Volkswagen third-quarter net profit tripled from last year because of increased sales and cost-cutting that has its German labour force working more hours for less pay, The Associated Press (AP) reported.

The car maker reportedly earned EUR273m (US$327.38m), or EUR0.71 a share, in the July-September period, compared with EUR67m, or EUR0.18 a share, in the year-ago period.

Analysts had expected EUR286m, AP noted.

The report said VW’s revenue rose 13% to EUR23.9bn compared with EUR21.2bn in the same period last year.

“The development of the Volkswagen Group in the third quarter shows that the first step toward a fundamental performance improvement has been achieved,” the company told The Associated Press. “However in the coming years, difficult measures will need to be taken given the difficult market situation.”

Sanford C. Bernstein European autos research analyst Stephen Cheetham told the news agency that Volkswagen’s third-quarter figures were significantly improved, but warned that the company faces a tough road ahead.

“A North American turnaround remains elusive, and the company looks unlikely to start firing on all cylinders in the near future,” he reportedly said, noting the significant competition it faces there.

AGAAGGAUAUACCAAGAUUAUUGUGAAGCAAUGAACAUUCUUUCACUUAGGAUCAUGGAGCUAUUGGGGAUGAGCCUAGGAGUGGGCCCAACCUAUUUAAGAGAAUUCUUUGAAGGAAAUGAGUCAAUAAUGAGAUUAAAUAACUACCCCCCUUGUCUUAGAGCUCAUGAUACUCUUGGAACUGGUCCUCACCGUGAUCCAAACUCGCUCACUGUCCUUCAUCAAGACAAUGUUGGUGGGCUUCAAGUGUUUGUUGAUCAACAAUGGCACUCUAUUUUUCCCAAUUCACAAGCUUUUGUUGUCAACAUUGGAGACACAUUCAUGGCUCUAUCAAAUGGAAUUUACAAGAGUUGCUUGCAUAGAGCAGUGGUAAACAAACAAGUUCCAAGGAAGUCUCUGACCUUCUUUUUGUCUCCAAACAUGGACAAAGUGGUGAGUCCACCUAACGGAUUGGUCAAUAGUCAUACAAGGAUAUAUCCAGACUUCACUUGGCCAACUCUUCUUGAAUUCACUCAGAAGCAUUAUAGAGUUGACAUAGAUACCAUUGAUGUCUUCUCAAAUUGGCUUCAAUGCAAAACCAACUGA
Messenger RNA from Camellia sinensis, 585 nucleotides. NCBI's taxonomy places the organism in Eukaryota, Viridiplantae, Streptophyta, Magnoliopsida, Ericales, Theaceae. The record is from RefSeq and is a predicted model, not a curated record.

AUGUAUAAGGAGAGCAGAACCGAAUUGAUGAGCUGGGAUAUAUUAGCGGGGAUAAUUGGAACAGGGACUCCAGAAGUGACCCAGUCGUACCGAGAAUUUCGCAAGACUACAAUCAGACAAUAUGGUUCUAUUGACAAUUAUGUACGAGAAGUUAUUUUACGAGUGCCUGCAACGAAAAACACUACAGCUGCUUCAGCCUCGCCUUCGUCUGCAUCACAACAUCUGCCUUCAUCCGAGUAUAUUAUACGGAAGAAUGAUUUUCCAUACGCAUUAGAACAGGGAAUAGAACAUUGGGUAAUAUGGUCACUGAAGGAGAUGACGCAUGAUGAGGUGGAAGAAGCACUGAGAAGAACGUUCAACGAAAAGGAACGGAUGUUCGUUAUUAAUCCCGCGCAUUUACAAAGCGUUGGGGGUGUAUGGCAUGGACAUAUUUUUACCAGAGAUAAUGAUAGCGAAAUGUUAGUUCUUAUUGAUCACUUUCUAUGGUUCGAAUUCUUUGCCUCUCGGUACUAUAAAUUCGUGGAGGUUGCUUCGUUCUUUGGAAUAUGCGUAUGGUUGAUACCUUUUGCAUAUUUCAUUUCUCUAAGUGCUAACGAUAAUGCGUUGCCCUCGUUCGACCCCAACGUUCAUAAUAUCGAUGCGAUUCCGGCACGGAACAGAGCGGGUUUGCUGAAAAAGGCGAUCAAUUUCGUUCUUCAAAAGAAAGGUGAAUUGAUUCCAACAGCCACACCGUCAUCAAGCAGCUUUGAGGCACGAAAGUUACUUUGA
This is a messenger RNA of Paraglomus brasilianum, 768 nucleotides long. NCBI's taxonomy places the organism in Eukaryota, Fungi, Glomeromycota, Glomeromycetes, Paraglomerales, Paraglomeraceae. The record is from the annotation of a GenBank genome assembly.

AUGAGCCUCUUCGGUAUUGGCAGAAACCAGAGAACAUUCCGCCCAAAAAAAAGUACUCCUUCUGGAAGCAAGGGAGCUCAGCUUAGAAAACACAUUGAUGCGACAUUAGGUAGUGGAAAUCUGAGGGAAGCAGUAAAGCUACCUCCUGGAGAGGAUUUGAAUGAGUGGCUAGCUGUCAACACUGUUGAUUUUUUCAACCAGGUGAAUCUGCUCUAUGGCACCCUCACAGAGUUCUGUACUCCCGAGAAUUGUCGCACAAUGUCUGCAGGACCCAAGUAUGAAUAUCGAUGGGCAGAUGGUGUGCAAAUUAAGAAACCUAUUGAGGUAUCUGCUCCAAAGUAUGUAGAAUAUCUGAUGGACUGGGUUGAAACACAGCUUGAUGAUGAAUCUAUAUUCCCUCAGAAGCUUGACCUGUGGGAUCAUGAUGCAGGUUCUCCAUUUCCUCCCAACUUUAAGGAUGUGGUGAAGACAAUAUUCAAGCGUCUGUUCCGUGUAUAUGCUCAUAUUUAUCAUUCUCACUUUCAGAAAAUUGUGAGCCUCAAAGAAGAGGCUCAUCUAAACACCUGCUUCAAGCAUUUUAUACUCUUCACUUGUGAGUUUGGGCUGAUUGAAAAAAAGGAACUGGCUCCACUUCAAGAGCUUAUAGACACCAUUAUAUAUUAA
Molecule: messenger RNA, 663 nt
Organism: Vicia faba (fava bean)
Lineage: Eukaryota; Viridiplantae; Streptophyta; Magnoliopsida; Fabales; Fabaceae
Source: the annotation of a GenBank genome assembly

According to AP, VW net profit for the first nine months of 2005 rose 53% to EUR662m compared with EUR434m a year ago. Sales rose 5.3% to EUR69.9bn from EUR66.3bn.

The Associated Press said VW’s operating profit in the first nine months was up to EUR2bn, compared with EUR1.2bn.

Volkswagen reportedly warned that competitive pressures would increase to the end of 2005, singling out markets in China and the United States, and added that the cost of raw material for making its cars was set to rise.

“Moreover, we believe that the high oil price and the resulting record-high fuel prices will further dampen automotive consumer confidence,” the car maker told the news agency.

It reportedly added it would continue ramping up deliveries of new Jetta and Passat models in the United States, along with the Audi A4 and A6, but warned that because of competition it was unlikely the company would equal last year’s sales there.

According to AP, VW said its Passat, Jetta, Golf R32, Audi RS 4 and Seat Leon models would continue to lure more buyers and increase market share in western Europe, particularly in its German home market.

“For this reason, we are reiterating our full-year forecast that global deliveries to customers will increase over the previous year,” the company said, according to the Associated Press report.